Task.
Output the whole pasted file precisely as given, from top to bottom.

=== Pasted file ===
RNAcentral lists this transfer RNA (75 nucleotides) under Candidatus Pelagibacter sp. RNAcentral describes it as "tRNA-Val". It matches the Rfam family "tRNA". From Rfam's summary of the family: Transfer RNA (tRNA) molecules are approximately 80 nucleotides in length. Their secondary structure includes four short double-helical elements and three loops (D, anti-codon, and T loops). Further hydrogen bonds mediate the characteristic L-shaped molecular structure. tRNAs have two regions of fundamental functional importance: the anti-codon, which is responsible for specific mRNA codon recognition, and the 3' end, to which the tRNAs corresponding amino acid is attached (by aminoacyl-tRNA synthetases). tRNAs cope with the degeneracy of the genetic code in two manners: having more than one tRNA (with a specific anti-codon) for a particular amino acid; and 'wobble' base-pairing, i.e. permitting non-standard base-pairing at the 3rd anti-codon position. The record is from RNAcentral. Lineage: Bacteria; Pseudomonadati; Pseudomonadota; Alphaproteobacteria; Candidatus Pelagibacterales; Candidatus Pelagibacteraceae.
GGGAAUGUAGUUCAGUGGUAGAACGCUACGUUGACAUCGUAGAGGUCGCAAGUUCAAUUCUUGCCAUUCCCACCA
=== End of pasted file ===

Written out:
RNAcentral lists this transfer RNA (75 nucleotides) under Candidatus Pelagibacter sp. RNAcentral describes it as "tRNA-Val". It matches the Rfam family "tRNA". From Rfam's summary of the family: Transfer RNA (tRNA) molecules are approximately 80 nucleotides in length. Their secondary structure includes four short double-helical elements and three loops (D, anti-codon, and T loops). Further hydrogen bonds mediate the characteristic L-shaped molecular structure. tRNAs have two regions of fundamental functional importance: the anti-codon, which is responsible for specific mRNA codon recognition, and the 3' end, to which the tRNAs corresponding amino acid is attached (by aminoacyl-tRNA synthetases). tRNAs cope with the degeneracy of the genetic code in two manners: having more than one tRNA (with a specific anti-codon) for a particular amino acid; and 'wobble' base-pairing, i.e. permitting non-standard base-pairing at the 3rd anti-codon position. The record is from RNAcentral. Lineage: Bacteria; Pseudomonadati; Pseudomonadota; Alphaproteobacteria; Candidatus Pelagibacterales; Candidatus Pelagibacteraceae.
GGGAAUGUAGUUCAGUGGUAGAACGCUACGUUGACAUCGUAGAGGUCGCAAGUUCAAUUCUUGCCAUUCCCACCA